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These events were shot a couple of years ago, but you may just look over my shots and find shots you either like, or don't like. It's a smugmug site, so you can click on the info button and see what settings I used for these shots. And I probably used either a 70-200 or a 300 2.8 for most of them.
http://www.greatbigshots.com/HORSE-SHOWS-AND-RODEOS

Looking at this album in particular, as it looks very similar to the type of event I will be shooting, although some of my subjects may be a little farther away Also you were using the 70-200
Anyways, it looks like most of your shooting was done at f/4-f/5.6 or so, with seemingly little background separation. Surprisingly, your ISO varies from 200to 800, all the way to an extreme of 2200, still in the mid-day sun :eek:

Any comments on those settings? Also, were they shot hand held or on a tripod or monopod? I'm really enjoying going through these shots.
 
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At high enough shutter speeds, the motion will be frozen anyway, so all VR would do is to shift something that's already sharp.
Ok, that's what I figured. Is it true VR will actually slow the lens down? Planning on keeping shutter speed above 1/1000.
 
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The link points to a category, not a particular gallery so I can't tell which gallery you have questions about....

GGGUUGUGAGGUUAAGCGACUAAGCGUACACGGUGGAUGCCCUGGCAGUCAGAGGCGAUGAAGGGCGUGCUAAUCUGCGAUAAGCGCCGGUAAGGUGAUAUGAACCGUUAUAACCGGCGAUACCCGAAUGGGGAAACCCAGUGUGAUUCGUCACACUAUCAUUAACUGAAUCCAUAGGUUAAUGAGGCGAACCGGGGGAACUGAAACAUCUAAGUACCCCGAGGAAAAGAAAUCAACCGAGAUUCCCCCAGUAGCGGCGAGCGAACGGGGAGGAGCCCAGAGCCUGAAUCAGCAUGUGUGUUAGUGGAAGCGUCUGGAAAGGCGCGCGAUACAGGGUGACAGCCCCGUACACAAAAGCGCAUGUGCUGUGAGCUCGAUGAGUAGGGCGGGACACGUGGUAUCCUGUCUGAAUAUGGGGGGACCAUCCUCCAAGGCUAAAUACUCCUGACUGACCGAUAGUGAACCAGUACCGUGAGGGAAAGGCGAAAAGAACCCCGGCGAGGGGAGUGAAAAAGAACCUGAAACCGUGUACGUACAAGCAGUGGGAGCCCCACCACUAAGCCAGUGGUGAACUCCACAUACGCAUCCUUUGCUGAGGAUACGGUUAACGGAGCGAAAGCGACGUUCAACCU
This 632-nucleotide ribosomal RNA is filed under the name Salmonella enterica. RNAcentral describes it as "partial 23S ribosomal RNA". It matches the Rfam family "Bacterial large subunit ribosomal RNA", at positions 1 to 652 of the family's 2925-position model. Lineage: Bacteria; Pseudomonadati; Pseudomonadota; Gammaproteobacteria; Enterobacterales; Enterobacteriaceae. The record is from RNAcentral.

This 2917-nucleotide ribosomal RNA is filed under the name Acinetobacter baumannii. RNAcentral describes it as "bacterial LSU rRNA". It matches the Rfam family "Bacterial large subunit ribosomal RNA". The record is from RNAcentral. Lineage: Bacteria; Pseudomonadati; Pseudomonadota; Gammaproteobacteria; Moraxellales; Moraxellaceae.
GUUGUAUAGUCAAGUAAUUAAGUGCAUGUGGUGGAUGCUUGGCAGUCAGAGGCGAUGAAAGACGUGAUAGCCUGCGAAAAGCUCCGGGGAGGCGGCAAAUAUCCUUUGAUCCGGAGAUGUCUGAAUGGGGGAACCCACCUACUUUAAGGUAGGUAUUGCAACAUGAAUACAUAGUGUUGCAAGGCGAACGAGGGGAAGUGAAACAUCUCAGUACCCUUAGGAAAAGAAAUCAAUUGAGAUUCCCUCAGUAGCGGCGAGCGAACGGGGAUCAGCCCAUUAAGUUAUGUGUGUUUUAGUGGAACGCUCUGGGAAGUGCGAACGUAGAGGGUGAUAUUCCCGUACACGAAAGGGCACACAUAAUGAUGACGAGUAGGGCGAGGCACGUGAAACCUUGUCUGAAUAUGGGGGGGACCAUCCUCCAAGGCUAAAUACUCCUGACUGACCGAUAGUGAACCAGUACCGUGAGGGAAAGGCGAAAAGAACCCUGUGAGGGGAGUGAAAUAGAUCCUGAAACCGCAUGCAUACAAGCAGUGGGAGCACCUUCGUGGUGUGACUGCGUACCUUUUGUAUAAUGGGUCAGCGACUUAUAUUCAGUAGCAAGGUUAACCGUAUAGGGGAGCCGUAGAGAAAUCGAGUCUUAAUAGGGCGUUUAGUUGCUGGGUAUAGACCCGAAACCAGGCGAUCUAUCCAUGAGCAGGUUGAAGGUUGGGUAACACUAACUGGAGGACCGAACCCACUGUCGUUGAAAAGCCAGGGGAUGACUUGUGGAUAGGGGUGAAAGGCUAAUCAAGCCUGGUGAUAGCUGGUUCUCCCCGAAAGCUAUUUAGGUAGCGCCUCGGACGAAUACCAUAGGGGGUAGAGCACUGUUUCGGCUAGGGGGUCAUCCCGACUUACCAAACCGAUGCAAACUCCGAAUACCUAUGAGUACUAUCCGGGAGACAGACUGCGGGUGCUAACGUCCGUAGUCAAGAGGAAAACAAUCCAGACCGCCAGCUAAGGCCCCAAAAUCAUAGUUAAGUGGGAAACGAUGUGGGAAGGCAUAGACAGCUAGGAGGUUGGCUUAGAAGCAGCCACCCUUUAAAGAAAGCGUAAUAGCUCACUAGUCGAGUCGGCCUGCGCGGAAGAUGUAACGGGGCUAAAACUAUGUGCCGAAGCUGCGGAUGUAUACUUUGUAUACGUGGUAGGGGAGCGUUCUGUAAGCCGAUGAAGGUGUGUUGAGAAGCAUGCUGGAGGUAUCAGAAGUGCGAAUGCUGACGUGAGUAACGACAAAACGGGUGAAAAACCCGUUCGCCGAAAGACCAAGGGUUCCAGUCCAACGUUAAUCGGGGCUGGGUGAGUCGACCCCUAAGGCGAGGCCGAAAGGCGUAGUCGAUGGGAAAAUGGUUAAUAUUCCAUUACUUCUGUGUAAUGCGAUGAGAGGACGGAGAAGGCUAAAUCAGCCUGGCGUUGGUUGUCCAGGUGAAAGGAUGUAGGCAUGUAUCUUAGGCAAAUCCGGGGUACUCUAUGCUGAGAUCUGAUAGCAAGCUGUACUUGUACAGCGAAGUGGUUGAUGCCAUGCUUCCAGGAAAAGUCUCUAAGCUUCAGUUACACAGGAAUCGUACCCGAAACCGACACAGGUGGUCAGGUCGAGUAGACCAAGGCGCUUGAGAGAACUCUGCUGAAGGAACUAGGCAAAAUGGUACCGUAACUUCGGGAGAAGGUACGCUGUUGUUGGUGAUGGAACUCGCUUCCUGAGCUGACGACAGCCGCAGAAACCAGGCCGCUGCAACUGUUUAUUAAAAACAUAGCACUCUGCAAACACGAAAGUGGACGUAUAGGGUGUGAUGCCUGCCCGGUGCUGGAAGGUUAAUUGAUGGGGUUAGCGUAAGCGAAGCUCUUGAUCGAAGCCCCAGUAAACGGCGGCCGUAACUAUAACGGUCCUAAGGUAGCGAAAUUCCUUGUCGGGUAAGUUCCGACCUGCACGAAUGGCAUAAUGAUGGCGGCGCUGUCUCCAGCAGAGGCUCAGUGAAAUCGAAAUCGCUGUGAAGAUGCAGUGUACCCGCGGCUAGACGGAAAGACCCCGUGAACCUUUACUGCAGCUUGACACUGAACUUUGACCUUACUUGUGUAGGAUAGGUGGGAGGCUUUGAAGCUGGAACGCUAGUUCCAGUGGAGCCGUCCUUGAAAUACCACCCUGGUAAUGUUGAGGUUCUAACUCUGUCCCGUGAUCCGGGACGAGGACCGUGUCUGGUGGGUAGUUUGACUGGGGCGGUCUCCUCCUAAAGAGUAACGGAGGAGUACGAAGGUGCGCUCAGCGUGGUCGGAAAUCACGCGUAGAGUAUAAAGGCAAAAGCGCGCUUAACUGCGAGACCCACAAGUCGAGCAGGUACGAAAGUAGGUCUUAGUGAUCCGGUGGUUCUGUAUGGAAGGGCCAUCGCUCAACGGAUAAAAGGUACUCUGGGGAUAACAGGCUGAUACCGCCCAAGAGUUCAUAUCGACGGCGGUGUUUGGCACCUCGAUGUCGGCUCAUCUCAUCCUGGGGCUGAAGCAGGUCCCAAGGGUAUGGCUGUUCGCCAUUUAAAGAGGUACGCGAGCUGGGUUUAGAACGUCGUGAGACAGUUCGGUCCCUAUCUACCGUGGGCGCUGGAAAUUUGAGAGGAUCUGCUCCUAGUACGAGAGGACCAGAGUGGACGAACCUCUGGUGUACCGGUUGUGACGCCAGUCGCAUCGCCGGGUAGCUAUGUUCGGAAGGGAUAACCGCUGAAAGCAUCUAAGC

BUT... since I was shooting for fun, you're likely to see varied apertures in the different galleries. The gallery of actual rodeo shots was at dusk on into the evening, so ISO's are higher and IQ won't be as good. And that gallery was shot with a D3, not the D3s I'm shooting with now, so the ISO limits were a little lower.

Any shots you see with the 70-200 are hand held. 99% of those with the 300 2.8 are on a monopod. Unless you have some physical limitations, hand holding the 70-200 is not a problem and just gives you greater flexibility to move around. Don't get me wrong, it's heavy BUT I always use the best lens for the occassion and don't worry about size and weight. It's a tool, not a toy.